50 Words or Less
The Flight Deck putting trainer seeks to improve your control of your face angle at impact. Feedback is not strong enough. Only has one function.
Inspired by fighter jets landing on aircraft carriers, the Flight Deck putting trainer aims to perfect your putting stroke through the use of a resistance band. This trainer is grounded in one of the key realities of putting: face angle is far more important than club path. We tested it to find out if it can help to shave off a few putts per round.
Set Up & Ease of Use
Setting up the Flight Deck is easy and intuitive. The metal posts screw into the holes, the resistance band slips over the posts, and the entire thing gets staked to the ground with six tees. Aligning it perfectly can take a little time, but the rest of the set up takes under a minute.
Once you’re set up, place a ball between the rubber stop blocks and make your stroke. Your putter will collide with the resistance band, then the ball, then the blocks, and the ball should end up in the cup.
To be effective, a training aid needs to provide clear feedback to the user. In my opinion, the feedback from the Flight Deck is not strong enough. The sensation of the toe or heel catching the resistance band was only noticeable to me when I made an intentionally poor stroke. Additionally, the fact that the ball goes in every time confuses the feedback.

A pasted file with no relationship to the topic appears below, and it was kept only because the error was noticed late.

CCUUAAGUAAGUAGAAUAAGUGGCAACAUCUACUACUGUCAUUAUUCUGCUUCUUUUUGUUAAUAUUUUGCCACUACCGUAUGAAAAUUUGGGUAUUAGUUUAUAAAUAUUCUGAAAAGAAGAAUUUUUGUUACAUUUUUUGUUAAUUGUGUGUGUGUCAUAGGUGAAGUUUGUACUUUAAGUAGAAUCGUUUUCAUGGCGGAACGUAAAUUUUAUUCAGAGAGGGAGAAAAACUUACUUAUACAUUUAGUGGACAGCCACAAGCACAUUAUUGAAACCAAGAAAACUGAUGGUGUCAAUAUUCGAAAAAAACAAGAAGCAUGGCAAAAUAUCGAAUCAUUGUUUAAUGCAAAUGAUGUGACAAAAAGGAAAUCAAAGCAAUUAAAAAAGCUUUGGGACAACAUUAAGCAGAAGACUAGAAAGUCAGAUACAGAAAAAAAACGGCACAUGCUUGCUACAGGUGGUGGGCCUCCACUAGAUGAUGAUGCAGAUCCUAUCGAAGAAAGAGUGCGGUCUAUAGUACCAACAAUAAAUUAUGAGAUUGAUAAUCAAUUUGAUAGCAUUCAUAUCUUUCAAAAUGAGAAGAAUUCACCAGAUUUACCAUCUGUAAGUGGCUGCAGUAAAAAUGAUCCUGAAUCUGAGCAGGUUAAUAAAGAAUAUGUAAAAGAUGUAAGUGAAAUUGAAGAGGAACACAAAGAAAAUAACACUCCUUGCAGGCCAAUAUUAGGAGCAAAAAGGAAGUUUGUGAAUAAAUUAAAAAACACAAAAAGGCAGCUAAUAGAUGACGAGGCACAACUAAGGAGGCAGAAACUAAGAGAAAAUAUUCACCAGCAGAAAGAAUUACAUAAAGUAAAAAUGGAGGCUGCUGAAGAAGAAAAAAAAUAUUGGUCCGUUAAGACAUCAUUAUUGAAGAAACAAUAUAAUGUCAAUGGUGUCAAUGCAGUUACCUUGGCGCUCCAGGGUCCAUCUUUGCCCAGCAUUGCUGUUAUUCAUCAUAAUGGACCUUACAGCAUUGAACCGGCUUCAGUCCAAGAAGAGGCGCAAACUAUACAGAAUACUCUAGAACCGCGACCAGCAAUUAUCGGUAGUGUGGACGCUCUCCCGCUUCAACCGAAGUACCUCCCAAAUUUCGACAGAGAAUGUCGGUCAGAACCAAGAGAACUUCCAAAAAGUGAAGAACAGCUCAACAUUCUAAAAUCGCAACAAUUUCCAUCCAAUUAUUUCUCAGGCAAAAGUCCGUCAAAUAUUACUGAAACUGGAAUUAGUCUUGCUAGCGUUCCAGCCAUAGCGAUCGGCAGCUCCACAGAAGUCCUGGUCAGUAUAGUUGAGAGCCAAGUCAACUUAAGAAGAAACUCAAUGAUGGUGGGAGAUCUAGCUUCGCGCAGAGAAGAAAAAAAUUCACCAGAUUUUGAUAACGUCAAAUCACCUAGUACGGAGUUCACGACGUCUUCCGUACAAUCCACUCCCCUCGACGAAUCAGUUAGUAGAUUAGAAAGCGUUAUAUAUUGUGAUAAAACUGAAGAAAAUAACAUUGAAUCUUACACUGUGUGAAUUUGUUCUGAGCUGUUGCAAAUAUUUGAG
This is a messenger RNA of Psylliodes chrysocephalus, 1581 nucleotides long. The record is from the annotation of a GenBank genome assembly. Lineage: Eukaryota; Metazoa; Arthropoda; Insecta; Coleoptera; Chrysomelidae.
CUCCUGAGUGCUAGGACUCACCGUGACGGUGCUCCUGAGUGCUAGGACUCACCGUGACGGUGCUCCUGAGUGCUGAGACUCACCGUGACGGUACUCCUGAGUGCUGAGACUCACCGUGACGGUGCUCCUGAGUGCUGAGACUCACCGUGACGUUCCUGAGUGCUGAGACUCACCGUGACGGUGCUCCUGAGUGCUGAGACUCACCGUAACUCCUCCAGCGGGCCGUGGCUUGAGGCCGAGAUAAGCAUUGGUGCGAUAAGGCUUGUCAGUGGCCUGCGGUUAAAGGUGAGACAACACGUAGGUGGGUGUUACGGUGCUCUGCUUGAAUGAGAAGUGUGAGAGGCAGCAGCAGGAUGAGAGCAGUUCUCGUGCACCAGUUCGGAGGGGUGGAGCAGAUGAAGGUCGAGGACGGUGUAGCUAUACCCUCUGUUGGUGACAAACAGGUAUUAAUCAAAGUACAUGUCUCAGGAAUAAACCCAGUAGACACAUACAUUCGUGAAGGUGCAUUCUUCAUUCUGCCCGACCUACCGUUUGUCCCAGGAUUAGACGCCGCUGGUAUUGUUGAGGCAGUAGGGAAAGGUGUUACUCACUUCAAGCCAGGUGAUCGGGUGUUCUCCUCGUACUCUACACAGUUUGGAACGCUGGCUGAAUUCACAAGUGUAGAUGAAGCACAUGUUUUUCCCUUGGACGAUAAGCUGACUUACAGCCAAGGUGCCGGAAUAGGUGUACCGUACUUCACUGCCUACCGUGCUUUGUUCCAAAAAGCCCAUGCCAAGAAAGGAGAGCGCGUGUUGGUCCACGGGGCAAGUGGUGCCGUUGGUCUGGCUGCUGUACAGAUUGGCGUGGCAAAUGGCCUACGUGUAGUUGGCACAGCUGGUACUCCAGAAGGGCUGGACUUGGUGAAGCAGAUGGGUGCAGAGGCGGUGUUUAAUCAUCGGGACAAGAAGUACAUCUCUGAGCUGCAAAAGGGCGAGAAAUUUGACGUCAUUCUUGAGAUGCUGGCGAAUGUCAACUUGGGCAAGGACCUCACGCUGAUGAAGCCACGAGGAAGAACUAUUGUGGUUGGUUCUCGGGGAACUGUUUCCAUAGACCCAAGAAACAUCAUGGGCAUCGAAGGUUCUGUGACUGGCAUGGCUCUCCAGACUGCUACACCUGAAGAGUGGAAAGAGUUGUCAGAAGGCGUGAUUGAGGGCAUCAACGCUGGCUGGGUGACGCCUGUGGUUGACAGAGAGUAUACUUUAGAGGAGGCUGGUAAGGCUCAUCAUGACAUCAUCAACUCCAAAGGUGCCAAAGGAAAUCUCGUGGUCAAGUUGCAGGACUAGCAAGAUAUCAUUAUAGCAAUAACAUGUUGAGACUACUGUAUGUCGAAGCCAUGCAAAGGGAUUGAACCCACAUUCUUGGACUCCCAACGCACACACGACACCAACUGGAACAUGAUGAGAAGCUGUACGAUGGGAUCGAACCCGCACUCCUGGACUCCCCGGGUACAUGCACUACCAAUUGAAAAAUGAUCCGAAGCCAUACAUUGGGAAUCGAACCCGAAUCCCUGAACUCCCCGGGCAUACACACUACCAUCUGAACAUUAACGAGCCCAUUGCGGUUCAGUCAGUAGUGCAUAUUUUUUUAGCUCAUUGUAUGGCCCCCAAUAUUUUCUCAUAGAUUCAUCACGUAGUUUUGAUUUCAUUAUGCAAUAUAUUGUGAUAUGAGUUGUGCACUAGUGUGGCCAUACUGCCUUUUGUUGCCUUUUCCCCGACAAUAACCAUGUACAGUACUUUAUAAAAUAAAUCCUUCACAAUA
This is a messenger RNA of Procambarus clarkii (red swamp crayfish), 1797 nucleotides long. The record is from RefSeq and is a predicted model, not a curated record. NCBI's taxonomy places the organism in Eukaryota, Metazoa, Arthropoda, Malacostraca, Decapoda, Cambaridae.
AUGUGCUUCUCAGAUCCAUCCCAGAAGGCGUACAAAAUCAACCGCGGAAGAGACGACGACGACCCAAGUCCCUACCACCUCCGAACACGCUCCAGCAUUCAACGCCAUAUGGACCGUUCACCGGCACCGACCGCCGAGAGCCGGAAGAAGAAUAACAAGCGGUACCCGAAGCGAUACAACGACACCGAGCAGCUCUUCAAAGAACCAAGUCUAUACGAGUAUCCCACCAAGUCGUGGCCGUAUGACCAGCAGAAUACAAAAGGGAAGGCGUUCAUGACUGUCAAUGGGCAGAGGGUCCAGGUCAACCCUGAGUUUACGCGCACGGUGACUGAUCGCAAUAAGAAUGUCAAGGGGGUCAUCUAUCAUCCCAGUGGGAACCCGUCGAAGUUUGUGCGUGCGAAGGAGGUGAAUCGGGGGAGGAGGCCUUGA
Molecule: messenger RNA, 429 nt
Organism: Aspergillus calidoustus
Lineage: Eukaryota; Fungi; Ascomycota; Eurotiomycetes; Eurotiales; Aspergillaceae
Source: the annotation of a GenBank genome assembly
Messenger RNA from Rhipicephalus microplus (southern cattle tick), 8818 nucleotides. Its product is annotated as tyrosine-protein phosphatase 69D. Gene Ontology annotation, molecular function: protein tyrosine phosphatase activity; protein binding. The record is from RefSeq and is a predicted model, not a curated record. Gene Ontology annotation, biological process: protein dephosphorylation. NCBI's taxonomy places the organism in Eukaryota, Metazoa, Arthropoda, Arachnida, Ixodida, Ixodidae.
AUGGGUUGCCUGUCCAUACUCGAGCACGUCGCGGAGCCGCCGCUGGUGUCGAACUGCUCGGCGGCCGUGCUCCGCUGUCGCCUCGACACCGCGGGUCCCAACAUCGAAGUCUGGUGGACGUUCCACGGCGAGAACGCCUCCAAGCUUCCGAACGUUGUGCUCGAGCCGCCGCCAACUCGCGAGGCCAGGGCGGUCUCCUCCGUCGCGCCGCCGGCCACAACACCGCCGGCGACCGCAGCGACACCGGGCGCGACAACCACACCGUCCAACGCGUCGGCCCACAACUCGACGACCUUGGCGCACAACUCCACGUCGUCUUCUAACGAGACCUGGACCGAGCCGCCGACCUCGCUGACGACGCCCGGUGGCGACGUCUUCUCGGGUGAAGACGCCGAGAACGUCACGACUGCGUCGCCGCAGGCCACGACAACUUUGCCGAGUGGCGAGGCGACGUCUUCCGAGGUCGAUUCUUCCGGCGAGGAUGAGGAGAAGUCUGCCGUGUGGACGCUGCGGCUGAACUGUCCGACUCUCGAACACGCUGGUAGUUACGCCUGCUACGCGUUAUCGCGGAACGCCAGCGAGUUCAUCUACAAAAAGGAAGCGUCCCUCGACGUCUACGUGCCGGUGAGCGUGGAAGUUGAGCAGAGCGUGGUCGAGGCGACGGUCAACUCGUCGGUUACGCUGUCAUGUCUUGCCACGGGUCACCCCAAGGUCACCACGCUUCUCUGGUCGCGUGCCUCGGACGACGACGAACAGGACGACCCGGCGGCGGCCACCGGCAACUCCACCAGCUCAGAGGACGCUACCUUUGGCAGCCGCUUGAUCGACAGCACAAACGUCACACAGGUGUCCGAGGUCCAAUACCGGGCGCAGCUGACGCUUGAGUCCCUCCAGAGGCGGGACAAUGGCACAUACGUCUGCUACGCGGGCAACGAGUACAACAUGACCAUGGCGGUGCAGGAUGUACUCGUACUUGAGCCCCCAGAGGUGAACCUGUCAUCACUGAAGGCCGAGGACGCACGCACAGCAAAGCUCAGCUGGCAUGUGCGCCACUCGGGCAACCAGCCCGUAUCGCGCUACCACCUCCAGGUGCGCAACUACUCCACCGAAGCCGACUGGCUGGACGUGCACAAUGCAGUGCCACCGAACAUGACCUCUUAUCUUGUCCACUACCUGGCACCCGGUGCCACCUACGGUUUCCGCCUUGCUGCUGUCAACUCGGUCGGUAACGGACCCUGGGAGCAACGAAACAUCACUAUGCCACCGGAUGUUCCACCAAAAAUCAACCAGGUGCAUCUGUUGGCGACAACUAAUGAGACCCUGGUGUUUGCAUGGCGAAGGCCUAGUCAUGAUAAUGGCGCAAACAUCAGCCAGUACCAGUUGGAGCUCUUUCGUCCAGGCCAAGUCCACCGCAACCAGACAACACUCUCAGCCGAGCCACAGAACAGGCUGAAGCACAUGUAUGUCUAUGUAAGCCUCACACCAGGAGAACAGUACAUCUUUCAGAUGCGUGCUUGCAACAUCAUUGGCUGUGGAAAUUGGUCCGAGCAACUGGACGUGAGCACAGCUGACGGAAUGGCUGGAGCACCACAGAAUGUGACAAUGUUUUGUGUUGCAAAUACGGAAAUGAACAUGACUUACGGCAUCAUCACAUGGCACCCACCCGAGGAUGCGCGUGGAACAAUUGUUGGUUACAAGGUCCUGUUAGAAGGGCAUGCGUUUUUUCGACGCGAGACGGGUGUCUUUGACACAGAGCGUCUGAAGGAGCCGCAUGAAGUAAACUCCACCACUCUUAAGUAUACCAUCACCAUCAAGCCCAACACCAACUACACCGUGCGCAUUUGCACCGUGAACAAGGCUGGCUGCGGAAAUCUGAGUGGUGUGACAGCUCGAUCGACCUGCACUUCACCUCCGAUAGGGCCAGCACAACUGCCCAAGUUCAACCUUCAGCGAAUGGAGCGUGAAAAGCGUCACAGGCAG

Also, I did not like the feeling of my putter crashing into the stop blocks. In the tutorial videos, the instructor says that he believes you should hit the putt, not stroke it. That may work for some – and it’s certainly encouraged by the Flight Deck – but it’s not my preferred method. Players with a smooth, flowing follow through will likely find using the Flight Deck unnatural.
The Flight Deck is a unitasker. Without substantial jury-rigging, it only works outdoors, and it isn’t intended for putts beyond 10 feet.
On the plus side, it’s small and light, can live in your golf bag, and is easy to assemble.
On balance, I rate Flight Deck below average for longevity.
The Flight Deck putting trainer retails through their website for $89, which is about average for a training aid. Due to its below average effectiveness and longevity, I would not rate this a good value.
The goal of the Flight Deck putting trainer – getting your putter face square to the target – is laudable. Unfortunately, I didn’t find that the feedback from this trainer helped me to improve. If you’re seeking to improve your control of your putter face, I would suggest the Putting Fork, the PuttOut Putting Trainer or the PuttOut Mirror.
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